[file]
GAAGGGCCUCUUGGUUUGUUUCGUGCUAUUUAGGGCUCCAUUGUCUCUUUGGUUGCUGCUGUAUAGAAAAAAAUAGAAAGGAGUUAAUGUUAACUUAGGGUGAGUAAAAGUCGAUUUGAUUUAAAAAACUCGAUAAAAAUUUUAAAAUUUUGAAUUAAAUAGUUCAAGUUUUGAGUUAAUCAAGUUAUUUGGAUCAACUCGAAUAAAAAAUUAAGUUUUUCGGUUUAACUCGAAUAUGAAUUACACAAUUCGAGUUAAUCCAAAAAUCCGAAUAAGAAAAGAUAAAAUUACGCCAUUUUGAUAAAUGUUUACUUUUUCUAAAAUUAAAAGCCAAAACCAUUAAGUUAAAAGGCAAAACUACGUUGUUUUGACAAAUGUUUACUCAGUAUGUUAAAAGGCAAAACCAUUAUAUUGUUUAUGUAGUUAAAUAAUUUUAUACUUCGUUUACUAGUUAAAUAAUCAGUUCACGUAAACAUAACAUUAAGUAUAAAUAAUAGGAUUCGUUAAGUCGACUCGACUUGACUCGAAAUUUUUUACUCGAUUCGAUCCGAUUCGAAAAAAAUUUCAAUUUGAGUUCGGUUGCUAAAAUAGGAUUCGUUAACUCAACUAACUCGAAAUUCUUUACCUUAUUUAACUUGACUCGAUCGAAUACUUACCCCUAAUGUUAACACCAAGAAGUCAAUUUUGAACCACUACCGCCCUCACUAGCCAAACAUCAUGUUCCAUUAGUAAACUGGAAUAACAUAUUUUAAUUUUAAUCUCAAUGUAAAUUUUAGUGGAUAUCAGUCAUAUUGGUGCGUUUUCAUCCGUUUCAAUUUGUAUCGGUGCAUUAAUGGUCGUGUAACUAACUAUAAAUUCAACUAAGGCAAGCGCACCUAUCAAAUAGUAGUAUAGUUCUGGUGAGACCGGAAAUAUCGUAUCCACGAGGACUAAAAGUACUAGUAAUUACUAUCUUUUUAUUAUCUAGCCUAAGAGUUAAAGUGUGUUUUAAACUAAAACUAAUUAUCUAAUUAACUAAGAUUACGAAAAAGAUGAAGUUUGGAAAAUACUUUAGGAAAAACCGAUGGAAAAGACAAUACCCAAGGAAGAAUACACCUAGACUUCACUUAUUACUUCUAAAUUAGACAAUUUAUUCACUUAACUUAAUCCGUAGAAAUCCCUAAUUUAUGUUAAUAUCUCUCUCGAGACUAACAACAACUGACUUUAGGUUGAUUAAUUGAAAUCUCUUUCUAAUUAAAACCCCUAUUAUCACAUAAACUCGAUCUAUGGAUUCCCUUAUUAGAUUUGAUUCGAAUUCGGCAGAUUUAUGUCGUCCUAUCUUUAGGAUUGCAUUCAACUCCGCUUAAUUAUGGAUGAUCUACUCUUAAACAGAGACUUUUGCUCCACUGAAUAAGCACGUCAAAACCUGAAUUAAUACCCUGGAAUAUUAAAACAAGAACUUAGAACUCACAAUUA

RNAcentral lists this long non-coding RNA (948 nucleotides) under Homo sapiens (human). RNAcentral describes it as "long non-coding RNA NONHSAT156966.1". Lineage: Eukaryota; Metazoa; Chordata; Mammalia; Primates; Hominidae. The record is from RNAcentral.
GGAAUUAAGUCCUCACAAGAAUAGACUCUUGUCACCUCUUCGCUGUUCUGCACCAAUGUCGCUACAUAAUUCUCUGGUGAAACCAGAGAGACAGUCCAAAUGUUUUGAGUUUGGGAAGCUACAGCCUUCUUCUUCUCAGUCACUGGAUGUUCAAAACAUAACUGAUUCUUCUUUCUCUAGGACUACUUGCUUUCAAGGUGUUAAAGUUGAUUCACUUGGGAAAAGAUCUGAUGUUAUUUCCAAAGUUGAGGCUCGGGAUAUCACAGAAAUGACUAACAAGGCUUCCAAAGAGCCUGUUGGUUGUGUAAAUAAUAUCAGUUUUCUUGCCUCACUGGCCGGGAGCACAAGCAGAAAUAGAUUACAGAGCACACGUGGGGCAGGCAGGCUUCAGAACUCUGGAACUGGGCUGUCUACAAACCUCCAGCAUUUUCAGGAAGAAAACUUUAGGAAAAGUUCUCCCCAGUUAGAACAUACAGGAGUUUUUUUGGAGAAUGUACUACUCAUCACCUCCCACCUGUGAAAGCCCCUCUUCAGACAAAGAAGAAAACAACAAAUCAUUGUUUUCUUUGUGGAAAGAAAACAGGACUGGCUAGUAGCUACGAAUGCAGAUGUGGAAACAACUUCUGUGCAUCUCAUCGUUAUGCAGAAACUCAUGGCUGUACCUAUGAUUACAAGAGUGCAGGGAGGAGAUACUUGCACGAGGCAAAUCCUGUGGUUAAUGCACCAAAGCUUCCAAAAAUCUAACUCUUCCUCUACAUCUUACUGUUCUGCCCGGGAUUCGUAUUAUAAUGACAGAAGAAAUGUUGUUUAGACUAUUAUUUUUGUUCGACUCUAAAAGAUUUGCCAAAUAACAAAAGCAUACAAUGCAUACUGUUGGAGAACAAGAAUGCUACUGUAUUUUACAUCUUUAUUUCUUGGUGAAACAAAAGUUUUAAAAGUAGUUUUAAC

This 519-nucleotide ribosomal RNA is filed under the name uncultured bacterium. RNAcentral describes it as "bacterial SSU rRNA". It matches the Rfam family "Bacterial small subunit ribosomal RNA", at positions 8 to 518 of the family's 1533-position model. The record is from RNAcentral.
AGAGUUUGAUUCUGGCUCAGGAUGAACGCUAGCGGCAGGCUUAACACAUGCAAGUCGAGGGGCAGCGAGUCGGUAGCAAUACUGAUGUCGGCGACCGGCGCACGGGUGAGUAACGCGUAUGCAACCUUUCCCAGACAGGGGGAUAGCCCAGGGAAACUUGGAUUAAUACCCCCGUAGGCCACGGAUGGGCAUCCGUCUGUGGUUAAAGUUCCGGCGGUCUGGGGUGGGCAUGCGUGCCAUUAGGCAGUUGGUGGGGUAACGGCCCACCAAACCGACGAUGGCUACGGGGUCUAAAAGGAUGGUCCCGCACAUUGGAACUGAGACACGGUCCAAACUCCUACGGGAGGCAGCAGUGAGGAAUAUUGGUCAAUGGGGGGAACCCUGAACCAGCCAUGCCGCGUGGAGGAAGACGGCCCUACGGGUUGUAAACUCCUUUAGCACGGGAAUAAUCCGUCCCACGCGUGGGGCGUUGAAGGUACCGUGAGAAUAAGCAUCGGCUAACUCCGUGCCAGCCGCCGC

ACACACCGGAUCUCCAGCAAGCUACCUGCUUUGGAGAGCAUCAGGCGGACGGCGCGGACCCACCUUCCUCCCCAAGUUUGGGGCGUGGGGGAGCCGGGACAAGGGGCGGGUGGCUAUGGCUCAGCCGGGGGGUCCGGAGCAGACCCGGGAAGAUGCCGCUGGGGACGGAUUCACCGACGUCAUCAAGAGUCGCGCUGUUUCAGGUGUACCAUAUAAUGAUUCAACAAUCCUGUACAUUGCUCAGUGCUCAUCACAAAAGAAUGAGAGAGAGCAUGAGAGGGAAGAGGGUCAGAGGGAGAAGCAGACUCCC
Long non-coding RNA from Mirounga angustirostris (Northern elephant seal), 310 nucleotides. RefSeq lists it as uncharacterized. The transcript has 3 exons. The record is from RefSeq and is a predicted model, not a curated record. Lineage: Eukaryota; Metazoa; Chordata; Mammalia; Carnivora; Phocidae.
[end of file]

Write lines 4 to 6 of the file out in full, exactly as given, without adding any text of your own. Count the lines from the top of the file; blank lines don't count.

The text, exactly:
This 519-nucleotide ribosomal RNA is filed under the name uncultured bacterium. RNAcentral describes it as "bacterial SSU rRNA". It matches the Rfam family "Bacterial small subunit ribosomal RNA", at positions 8 to 518 of the family's 1533-position model. The record is from RNAcentral.
AGAGUUUGAUUCUGGCUCAGGAUGAACGCUAGCGGCAGGCUUAACACAUGCAAGUCGAGGGGCAGCGAGUCGGUAGCAAUACUGAUGUCGGCGACCGGCGCACGGGUGAGUAACGCGUAUGCAACCUUUCCCAGACAGGGGGAUAGCCCAGGGAAACUUGGAUUAAUACCCCCGUAGGCCACGGAUGGGCAUCCGUCUGUGGUUAAAGUUCCGGCGGUCUGGGGUGGGCAUGCGUGCCAUUAGGCAGUUGGUGGGGUAACGGCCCACCAAACCGACGAUGGCUACGGGGUCUAAAAGGAUGGUCCCGCACAUUGGAACUGAGACACGGUCCAAACUCCUACGGGAGGCAGCAGUGAGGAAUAUUGGUCAAUGGGGGGAACCCUGAACCAGCCAUGCCGCGUGGAGGAAGACGGCCCUACGGGUUGUAAACUCCUUUAGCACGGGAAUAAUCCGUCCCACGCGUGGGGCGUUGAAGGUACCGUGAGAAUAAGCAUCGGCUAACUCCGUGCCAGCCGCCGC

ACACACCGGAUCUCCAGCAAGCUACCUGCUUUGGAGAGCAUCAGGCGGACGGCGCGGACCCACCUUCCUCCCCAAGUUUGGGGCGUGGGGGAGCCGGGACAAGGGGCGGGUGGCUAUGGCUCAGCCGGGGGGUCCGGAGCAGACCCGGGAAGAUGCCGCUGGGGACGGAUUCACCGACGUCAUCAAGAGUCGCGCUGUUUCAGGUGUACCAUAUAAUGAUUCAACAAUCCUGUACAUUGCUCAGUGCUCAUCACAAAAGAAUGAGAGAGAGCAUGAGAGGGAAGAGGGUCAGAGGGAGAAGCAGACUCCC